Burning Questions About ‘Inception’ … Answered

The summer’s big question mark is finally unveiled, and an intriguing picture gets clearer

Does “Inception” live up to expectations?

Could any  movie hit a bar this high?

Christopher Nolan’s cerebral thriller has long been the most eagerly-awaited film of the summer, a new outing from the director who created a classic mind-puzzle in “Memento” and made a superhero film into a critical and commercial sensation with “The Dark Knight.”

In a summer of disappointing sequels and stinkers ravaged by the critics, his film – largely kept under wraps during production, with only teasing glimpses offered into its world of industrial spies operating inside people’s dreams —  was going to be something different. 

InceptionFans hoped that Nolan would come through with another smart blockbuster. That it’d be an awards film brightening a dismal landscape of dumb action flicks.  That “Inception” would be an original movie at the height of an unoriginal season.

Those are awfully high expectations to put on any movie.  But now that Warner Bros. has now quietly started to screen “Inception,” and lifted the embargo on reviews a week-and-a-half before its July 16 release, we can try to answer a few of the burning questions surrounding the summer’s biggest question mark.  

Is it the first great movie of the summer?

No.  “Toy Story 3” is.  But “Inception” is probably the second great movie of the summer.

Understand, a single viewing is hardly enough to come to terms with the film, which stars Leonardo DiCaprio, Joseph Gordon-Levitt, Ellen Page and Tom Hardy as a crack team that invades Cillian Murphy’s dreams and find unimaginable perils in the subconscious. 

But that first viewing is enough to realize that “Inception” is a dense, stylish, thorny, dazzling film that delivers as a thrill ride but gives viewers lots to chew on and puzzle through.  

It is not a typical summer movie, but it’s bold and imaginative in the vein of the best summer movies; it’s way too big and spectacular to be an art film, but it can  leave you scratching your head in a good way.

It's not perfect – thinking about it afterwards, you may find yourself suddenly stumbling on inconsistencies that didn't bother you in the heat of the moment – but it's damn good: challenging and stimulating and, in the end, surprisingly emotional.  

And a couple of sequences – particularly a lengthy tour-de-force that shifts between four different dream states, each with its own rules and its own sense of time – are as dazzling as anything since “Avatar,” without the one-dimensional script that undercut that film’s visual pleasures in my book.

Is it comprehensible?

Wellll …  Yes.  But the bigger point might be that it’s enjoyable even if you don’t comprehend the whole thing. 

The film is certainly dense, and complicated, and it’s not always easy to keep track of the rules of the dream world through which Leo and crew navigate. 

Death, limbo, gravity, time … They’re all subject to change, and viewers can be forgiven for occasionally wondering, Whose dream is this, anyway?

But the fact is, “Inception” is a pretty terrific roller coaster even if you don’t have it all figured out.  And make no mistake: as the ending makes clear, Nolan doesn’t want  you to figure it all out.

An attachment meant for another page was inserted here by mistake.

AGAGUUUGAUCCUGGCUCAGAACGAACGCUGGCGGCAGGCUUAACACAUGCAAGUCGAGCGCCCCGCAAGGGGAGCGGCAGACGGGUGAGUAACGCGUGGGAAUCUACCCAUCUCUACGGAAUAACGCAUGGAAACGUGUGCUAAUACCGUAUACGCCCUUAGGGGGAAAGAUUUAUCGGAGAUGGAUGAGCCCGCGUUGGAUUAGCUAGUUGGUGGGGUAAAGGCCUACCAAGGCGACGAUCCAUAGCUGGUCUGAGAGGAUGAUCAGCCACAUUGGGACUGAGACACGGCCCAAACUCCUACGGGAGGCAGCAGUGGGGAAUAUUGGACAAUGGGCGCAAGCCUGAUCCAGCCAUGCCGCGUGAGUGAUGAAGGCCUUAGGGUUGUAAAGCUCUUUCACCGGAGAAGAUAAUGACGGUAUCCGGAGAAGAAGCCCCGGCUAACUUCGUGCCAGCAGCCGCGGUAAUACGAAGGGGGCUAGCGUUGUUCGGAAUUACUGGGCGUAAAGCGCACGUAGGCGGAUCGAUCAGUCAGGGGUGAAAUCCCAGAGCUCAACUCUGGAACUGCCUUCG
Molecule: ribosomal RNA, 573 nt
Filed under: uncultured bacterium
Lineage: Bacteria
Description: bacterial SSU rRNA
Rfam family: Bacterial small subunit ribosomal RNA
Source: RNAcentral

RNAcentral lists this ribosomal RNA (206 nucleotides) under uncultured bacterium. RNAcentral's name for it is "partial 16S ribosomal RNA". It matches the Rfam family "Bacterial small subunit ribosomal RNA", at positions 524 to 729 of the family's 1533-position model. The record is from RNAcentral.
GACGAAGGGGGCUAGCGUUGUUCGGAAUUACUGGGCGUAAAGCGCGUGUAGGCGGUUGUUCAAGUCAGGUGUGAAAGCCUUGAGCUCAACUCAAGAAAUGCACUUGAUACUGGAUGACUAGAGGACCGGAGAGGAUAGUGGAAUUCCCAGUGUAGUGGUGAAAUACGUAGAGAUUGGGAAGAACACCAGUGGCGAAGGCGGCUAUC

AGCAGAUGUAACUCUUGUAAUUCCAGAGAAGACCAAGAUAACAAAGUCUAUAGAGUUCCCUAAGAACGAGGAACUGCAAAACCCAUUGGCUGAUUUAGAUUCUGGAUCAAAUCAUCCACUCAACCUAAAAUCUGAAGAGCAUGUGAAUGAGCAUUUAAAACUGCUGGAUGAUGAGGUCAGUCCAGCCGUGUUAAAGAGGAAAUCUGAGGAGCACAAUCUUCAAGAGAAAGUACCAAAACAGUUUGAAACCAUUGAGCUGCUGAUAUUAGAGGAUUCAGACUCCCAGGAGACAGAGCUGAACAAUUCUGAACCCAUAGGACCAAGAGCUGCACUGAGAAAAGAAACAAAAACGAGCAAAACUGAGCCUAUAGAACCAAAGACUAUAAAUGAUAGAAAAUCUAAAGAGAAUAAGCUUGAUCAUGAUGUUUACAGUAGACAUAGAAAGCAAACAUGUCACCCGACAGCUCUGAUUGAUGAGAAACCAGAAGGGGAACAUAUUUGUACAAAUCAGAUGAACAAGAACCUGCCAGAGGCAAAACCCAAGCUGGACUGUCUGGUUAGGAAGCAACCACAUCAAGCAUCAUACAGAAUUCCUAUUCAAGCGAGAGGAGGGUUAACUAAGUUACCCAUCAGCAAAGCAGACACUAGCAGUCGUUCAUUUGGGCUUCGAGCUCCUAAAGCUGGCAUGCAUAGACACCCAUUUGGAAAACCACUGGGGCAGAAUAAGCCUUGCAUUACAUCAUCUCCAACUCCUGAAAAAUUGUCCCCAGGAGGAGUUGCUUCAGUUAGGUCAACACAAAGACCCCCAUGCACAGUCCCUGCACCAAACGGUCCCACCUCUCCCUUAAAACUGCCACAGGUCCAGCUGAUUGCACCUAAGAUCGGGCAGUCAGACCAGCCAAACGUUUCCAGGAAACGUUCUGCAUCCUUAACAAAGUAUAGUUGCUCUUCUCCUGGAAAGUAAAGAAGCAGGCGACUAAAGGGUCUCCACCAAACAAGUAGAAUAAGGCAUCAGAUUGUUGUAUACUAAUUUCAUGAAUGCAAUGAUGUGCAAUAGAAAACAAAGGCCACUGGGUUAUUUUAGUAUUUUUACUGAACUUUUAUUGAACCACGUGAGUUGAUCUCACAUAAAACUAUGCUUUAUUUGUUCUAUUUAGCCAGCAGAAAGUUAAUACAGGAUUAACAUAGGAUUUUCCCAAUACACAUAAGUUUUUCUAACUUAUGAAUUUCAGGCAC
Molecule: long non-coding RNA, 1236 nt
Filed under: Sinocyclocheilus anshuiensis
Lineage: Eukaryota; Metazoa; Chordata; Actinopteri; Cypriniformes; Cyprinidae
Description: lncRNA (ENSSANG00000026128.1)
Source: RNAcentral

Inception 2Is it an awards contender?

Yes.  It will no doubt have some naysayers; it won’t follow “toy Story 3” in flirting with a 100 percent Rotten Tomatoes rating.  (Of the handful of people I know who've seen it, most loved it, but one really, really hated it.)

And it might be too much of a sci-fi, special-effects genre picture to win over the more conservative elements of the Academy come Oscar time.

But remember: if the Academy's move to 10 Best-Picture nominations can be laid at the feet of any one film, that film was Nolan’s last one, “The Dark Knight.”  It’s hard to imagine that voters won’t find this one thrilling enough to put it in the 10, and in quite a few other categories as well.

Is it going to save the summer at the boxoffice?

Does the summer need saving, after “The Twilight Saga: Eclipse” and “Toy Story” and a few other hits?  If so, it’s probably unrealiastic to expect “Inception” to be enough of a hit to alter the entire box-office picture. 

Which is not to say that it won’t be a hit, because I’m confident it will.  Among a sizeable group of youngish moviegoers, it’s clearly the Big One this summer, and a good many viewers will likely leave the theater and immediately begin planning their next viewing.

But after a recent trade screening, I was told by one exhibitor present that theater owners and bookers were divided on the movie: some think it’s a big hit, while others see it playing strong in the cities but not so well in small towns.

The film is also nearly two-and-a-half hours long, though most viewers think it plays much shorter and faster than that.

“I think they’ve got $150 million domestic in the bag, and the potential to do a lot better than that,” said the exhibitor.  “But some people are really questioning how well it’ll play in Middle America.”

Still, this particular exhibitor is not too worried: “I didn’t understand everything in the first ‘Matrix,’ either, and that didn’t stop a lot of people from going to see it.”

Could it be as big as “The Dark Knight?”

Let’s get serious. The Christopher Nolan name, as a reliable indicator of quality filmmaking, exerts a strong pull to moviegoers – but nothing like Nolan plus Batman plus Heath Ledger as the Joker. 

So that movie, with its $500 million-plus domestic haul, is a completely unrealistic benchmark by which to measure “Inception.”

Better to take “Inception” not for something it cannot be, but for what it is: a big, wonderful, dramatic, emotionally engaging puzzle of a movie.